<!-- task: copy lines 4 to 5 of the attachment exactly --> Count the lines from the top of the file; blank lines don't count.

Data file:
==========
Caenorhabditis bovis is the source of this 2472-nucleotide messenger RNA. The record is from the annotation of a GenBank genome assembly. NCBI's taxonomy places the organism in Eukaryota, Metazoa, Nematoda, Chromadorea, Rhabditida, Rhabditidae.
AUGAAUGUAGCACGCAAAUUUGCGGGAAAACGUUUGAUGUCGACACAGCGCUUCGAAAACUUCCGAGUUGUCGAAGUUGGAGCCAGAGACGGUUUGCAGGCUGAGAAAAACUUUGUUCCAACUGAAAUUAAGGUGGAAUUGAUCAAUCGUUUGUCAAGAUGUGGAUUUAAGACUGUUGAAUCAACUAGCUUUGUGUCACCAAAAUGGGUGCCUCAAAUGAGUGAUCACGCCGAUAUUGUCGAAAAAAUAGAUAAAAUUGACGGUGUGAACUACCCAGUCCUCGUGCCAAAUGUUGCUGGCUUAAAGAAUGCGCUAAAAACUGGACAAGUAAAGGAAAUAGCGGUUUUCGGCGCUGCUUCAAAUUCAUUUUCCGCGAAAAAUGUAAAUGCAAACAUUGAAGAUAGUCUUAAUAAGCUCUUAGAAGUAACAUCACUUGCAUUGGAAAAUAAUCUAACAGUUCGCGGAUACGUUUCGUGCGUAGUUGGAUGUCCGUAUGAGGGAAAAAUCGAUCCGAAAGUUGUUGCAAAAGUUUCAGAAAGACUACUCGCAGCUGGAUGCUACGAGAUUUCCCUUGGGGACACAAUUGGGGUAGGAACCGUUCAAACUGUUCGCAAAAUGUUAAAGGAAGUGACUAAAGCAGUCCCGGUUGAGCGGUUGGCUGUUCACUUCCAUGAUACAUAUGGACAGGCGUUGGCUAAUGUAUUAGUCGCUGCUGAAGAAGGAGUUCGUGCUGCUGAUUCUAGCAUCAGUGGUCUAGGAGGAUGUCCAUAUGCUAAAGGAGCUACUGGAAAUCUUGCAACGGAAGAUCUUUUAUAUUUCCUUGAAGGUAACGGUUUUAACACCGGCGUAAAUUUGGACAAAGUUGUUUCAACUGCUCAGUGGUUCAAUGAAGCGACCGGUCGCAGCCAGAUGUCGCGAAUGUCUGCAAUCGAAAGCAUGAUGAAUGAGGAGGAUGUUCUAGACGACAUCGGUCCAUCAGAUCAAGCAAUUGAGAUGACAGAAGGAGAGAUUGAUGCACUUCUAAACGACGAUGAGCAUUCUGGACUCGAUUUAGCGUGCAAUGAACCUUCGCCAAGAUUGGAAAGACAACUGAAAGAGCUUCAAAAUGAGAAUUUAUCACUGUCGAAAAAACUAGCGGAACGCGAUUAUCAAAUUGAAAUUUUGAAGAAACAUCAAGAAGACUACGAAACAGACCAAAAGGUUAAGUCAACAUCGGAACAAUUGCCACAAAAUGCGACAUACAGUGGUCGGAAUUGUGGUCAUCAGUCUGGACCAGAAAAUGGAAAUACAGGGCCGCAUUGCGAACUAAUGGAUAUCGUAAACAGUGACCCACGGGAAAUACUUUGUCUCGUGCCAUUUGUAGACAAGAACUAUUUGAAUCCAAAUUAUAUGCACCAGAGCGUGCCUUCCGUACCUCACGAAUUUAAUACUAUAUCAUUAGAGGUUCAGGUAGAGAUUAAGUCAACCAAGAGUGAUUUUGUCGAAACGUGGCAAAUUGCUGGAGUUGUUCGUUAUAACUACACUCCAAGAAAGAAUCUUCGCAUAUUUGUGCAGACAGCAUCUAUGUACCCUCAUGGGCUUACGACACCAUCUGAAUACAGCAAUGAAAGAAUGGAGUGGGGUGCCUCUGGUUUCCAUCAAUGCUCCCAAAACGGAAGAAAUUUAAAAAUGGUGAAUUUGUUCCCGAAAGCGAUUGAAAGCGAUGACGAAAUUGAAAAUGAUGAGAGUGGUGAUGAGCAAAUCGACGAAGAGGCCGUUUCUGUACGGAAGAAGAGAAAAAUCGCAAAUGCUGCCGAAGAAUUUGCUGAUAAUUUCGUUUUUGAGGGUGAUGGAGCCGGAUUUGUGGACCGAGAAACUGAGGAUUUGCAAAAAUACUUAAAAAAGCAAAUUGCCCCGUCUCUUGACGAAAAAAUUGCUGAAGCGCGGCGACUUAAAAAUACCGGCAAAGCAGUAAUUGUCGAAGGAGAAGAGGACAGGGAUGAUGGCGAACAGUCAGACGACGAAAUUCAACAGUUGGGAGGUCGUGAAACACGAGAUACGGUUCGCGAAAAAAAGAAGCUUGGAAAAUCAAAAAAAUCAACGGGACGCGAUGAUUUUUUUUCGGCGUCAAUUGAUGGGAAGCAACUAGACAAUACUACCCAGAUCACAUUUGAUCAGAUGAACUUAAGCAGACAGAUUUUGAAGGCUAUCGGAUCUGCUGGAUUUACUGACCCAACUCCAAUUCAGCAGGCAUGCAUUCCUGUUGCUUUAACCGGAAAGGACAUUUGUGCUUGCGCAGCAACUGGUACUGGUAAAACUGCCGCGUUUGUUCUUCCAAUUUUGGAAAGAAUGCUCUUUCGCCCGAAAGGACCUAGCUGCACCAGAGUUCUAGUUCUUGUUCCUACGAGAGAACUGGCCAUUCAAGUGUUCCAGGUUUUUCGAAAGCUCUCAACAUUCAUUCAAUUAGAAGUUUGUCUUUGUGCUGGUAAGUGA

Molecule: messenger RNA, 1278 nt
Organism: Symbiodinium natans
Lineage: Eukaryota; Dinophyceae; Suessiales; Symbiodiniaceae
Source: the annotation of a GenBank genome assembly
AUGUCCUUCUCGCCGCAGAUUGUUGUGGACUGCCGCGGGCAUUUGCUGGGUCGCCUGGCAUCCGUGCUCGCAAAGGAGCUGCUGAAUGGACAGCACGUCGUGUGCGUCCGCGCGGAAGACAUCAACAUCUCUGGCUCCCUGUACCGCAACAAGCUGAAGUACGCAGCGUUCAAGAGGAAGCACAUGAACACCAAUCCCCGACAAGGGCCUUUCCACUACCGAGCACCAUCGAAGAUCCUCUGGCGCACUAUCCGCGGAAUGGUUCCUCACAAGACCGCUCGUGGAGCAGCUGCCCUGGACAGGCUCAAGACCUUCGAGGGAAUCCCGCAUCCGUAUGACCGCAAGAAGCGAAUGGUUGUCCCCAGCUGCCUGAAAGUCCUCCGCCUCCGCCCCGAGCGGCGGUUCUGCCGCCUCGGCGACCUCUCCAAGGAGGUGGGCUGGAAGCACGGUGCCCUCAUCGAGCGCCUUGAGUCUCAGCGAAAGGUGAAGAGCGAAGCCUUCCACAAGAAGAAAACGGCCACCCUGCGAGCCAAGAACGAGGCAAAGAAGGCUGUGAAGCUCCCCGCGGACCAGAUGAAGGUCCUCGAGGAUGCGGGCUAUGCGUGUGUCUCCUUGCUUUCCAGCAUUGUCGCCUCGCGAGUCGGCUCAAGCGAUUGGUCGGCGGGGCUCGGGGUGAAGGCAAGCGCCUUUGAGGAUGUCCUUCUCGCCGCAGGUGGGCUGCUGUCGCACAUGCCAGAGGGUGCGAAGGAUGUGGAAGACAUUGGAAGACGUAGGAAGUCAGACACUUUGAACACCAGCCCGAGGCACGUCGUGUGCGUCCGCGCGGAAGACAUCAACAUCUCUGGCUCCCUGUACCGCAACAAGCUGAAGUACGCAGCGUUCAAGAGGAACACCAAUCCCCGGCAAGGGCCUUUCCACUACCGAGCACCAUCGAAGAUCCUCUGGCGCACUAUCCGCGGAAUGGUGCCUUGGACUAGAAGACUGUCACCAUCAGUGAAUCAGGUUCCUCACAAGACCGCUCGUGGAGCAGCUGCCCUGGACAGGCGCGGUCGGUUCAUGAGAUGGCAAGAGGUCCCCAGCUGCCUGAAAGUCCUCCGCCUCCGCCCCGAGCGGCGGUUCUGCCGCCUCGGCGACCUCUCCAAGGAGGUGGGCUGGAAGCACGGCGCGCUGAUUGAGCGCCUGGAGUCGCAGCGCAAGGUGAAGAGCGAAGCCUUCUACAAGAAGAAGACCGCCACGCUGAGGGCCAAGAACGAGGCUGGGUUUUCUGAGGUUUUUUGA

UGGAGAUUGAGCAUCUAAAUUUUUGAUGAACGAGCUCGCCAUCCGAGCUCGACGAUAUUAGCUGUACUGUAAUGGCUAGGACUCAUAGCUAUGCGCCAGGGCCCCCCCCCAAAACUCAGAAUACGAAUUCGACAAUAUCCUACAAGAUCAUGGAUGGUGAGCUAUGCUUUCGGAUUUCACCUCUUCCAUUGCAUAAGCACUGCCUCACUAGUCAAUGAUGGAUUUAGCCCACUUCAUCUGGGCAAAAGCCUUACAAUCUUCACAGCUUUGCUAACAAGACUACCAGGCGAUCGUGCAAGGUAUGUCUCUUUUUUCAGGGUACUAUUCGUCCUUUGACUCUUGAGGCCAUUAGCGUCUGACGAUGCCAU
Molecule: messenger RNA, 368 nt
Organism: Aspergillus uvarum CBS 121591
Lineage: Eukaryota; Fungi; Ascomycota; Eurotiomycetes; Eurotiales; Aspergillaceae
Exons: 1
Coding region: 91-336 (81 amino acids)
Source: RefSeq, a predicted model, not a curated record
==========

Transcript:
Organism: Symbiodinium natans
Lineage: Eukaryota; Dinophyceae; Suessiales; Symbiodiniaceae